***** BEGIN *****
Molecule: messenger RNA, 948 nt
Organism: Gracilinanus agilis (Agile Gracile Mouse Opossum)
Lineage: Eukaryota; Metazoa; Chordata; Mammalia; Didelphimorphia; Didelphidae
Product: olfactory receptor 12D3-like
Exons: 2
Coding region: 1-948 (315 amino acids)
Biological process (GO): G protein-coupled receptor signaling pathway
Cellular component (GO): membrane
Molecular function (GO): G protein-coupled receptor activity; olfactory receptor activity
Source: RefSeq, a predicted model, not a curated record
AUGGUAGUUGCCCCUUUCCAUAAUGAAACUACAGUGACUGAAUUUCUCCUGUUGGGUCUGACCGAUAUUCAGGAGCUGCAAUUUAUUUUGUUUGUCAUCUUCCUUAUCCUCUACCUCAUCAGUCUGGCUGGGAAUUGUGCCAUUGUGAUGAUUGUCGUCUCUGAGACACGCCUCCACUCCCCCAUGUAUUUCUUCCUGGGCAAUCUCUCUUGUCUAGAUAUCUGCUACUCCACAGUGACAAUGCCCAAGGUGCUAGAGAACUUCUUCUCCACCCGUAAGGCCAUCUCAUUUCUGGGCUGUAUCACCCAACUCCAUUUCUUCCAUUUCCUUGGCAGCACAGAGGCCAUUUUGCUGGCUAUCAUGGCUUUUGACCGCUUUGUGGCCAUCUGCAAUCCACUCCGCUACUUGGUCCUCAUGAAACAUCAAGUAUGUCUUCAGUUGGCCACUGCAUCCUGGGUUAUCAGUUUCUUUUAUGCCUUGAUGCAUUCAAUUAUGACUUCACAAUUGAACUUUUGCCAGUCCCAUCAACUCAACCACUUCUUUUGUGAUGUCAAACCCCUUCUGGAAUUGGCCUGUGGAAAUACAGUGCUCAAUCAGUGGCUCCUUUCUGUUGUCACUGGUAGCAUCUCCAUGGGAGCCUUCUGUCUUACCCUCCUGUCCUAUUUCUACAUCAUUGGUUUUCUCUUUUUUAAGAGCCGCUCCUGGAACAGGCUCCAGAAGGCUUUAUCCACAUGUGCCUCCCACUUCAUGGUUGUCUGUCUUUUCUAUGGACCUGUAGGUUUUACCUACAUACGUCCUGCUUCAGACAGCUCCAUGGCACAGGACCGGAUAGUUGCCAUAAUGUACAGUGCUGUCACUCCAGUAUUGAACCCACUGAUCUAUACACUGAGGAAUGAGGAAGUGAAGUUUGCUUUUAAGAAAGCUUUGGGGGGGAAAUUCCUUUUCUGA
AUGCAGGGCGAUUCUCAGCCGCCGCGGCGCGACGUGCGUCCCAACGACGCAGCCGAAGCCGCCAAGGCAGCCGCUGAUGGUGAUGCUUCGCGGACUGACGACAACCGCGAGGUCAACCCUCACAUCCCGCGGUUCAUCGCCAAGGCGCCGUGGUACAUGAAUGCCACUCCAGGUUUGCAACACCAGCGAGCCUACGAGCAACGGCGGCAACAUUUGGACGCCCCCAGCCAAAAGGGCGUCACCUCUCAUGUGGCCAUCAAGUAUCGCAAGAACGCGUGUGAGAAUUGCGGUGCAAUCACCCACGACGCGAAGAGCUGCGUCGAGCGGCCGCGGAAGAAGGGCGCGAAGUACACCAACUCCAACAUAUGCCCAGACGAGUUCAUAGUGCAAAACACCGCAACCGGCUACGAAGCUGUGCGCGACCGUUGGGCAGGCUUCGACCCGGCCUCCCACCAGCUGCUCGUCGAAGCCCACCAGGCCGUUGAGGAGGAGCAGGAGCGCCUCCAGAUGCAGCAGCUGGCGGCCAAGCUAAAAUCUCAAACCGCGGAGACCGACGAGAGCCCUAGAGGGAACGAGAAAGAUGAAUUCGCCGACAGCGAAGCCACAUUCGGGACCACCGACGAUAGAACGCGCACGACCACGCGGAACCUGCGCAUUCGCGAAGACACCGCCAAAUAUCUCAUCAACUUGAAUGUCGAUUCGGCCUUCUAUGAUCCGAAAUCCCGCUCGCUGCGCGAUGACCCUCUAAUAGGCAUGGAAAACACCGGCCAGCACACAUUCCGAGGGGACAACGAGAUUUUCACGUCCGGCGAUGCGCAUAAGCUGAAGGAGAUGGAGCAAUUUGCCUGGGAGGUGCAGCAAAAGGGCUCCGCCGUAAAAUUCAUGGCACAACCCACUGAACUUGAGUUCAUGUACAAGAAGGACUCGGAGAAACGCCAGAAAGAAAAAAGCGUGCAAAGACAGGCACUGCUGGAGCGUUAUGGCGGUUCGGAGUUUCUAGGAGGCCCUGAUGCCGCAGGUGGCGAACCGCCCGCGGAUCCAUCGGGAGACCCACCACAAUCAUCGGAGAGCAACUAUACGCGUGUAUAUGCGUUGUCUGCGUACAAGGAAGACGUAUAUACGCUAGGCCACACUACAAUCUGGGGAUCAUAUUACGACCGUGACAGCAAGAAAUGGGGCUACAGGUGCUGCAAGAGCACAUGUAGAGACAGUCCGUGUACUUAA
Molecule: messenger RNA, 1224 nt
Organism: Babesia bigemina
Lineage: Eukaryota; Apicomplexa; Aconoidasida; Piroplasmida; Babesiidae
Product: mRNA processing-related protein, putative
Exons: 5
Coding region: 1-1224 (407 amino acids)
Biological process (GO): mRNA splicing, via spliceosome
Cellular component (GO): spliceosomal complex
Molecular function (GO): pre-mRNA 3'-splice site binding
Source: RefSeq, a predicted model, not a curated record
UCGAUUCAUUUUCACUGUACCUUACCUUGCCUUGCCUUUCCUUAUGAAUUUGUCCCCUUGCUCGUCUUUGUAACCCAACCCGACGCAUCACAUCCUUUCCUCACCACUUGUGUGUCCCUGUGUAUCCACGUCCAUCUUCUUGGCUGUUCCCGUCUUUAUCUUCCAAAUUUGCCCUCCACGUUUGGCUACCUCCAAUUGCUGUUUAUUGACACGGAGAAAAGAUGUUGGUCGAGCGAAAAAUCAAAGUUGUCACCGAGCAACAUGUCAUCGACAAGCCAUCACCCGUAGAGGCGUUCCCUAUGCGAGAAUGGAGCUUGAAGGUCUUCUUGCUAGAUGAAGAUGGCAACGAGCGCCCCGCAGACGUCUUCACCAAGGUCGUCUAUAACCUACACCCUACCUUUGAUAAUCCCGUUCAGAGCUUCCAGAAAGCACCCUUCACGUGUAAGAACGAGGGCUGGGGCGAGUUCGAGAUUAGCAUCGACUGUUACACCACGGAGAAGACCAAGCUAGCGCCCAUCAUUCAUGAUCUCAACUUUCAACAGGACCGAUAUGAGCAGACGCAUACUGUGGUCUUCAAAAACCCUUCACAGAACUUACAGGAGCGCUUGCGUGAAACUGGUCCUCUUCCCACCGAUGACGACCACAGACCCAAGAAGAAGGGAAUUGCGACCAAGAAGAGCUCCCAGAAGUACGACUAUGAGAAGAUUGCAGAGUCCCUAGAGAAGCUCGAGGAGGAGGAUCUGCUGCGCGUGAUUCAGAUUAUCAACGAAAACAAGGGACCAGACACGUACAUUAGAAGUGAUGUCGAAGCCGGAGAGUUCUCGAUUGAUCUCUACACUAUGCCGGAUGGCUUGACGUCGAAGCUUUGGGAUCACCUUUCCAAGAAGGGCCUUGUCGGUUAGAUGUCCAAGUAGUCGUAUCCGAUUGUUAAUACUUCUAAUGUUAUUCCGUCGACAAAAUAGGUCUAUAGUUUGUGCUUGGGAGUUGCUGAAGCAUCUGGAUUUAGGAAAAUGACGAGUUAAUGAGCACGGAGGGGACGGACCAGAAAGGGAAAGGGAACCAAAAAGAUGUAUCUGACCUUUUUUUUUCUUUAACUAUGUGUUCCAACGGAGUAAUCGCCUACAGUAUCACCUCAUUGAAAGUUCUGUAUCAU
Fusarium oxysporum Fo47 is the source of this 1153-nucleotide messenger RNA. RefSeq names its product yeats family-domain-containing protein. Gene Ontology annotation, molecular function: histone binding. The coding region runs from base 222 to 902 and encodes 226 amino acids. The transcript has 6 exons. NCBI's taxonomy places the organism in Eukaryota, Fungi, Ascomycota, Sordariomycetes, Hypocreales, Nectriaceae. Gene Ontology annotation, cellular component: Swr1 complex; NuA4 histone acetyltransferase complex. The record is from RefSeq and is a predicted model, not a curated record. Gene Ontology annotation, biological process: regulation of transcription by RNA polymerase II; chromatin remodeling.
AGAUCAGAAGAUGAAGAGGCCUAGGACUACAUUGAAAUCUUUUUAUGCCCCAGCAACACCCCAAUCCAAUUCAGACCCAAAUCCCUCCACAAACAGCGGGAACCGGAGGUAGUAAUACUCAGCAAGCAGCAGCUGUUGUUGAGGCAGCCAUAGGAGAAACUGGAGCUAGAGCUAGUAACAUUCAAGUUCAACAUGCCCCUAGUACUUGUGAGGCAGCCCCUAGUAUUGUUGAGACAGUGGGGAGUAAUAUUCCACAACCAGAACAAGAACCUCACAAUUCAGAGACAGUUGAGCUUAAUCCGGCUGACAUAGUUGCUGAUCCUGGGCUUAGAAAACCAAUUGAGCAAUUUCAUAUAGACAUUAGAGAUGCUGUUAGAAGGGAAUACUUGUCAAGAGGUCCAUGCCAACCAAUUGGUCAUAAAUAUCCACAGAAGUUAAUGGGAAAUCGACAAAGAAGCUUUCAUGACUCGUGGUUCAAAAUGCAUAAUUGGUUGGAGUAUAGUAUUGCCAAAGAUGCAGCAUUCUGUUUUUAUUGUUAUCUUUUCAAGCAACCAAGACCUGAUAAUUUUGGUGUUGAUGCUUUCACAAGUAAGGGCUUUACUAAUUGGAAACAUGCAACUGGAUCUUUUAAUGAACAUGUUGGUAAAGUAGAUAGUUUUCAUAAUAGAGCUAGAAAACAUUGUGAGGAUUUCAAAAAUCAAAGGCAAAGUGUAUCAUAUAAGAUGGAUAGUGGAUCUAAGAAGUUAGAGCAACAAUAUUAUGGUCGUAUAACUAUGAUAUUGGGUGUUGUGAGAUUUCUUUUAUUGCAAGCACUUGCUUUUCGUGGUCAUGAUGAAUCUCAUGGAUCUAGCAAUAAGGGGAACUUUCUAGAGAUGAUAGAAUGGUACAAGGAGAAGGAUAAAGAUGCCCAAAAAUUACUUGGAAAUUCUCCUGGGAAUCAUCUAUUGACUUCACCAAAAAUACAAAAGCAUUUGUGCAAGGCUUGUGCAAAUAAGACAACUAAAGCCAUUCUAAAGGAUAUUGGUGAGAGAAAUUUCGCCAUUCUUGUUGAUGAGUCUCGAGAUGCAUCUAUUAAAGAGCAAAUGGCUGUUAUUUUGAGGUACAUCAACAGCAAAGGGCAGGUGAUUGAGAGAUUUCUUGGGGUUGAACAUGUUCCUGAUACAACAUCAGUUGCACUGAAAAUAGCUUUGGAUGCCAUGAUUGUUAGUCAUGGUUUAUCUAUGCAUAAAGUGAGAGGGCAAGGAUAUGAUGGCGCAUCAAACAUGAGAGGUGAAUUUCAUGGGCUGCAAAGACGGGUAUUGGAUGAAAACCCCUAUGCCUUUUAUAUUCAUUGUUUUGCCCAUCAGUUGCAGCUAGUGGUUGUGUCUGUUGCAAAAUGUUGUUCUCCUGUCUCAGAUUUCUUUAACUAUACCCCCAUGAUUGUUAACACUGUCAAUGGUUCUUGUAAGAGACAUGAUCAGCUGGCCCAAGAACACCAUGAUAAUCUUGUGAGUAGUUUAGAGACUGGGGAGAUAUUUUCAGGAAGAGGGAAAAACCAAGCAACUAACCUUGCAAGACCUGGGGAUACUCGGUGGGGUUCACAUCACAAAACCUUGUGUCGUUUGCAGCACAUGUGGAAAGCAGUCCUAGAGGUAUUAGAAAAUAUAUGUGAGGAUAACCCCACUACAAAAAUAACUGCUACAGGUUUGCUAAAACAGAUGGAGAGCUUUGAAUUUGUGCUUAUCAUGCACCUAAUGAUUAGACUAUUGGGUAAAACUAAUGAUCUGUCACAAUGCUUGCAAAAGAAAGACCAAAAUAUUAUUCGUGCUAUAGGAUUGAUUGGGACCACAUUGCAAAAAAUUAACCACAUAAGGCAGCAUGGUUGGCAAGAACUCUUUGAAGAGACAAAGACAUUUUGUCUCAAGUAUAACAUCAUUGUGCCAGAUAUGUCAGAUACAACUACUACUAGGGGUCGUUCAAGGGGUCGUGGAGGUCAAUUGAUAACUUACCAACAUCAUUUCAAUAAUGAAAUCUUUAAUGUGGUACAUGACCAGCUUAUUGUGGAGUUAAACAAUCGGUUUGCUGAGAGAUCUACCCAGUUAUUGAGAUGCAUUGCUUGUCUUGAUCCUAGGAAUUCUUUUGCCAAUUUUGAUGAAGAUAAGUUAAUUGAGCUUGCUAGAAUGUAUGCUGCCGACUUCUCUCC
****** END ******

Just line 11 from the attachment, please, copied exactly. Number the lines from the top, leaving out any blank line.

AUGGUAGUUGCCCCUUUCCAUAAUGAAACUACAGUGACUGAAUUUCUCCUGUUGGGUCUGACCGAUAUUCAGGAGCUGCAAUUUAUUUUGUUUGUCAUCUUCCUUAUCCUCUACCUCAUCAGUCUGGCUGGGAAUUGUGCCAUUGUGAUGAUUGUCGUCUCUGAGACACGCCUCCACUCCCCCAUGUAUUUCUUCCUGGGCAAUCUCUCUUGUCUAGAUAUCUGCUACUCCACAGUGACAAUGCCCAAGGUGCUAGAGAACUUCUUCUCCACCCGUAAGGCCAUCUCAUUUCUGGGCUGUAUCACCCAACUCCAUUUCUUCCAUUUCCUUGGCAGCACAGAGGCCAUUUUGCUGGCUAUCAUGGCUUUUGACCGCUUUGUGGCCAUCUGCAAUCCACUCCGCUACUUGGUCCUCAUGAAACAUCAAGUAUGUCUUCAGUUGGCCACUGCAUCCUGGGUUAUCAGUUUCUUUUAUGCCUUGAUGCAUUCAAUUAUGACUUCACAAUUGAACUUUUGCCAGUCCCAUCAACUCAACCACUUCUUUUGUGAUGUCAAACCCCUUCUGGAAUUGGCCUGUGGAAAUACAGUGCUCAAUCAGUGGCUCCUUUCUGUUGUCACUGGUAGCAUCUCCAUGGGAGCCUUCUGUCUUACCCUCCUGUCCUAUUUCUACAUCAUUGGUUUUCUCUUUUUUAAGAGCCGCUCCUGGAACAGGCUCCAGAAGGCUUUAUCCACAUGUGCCUCCCACUUCAUGGUUGUCUGUCUUUUCUAUGGACCUGUAGGUUUUACCUACAUACGUCCUGCUUCAGACAGCUCCAUGGCACAGGACCGGAUAGUUGCCAUAAUGUACAGUGCUGUCACUCCAGUAUUGAACCCACUGAUCUAUACACUGAGGAAUGAGGAAGUGAAGUUUGCUUUUAAGAAAGCUUUGGGGGGGAAAUUCCUUUUCUGA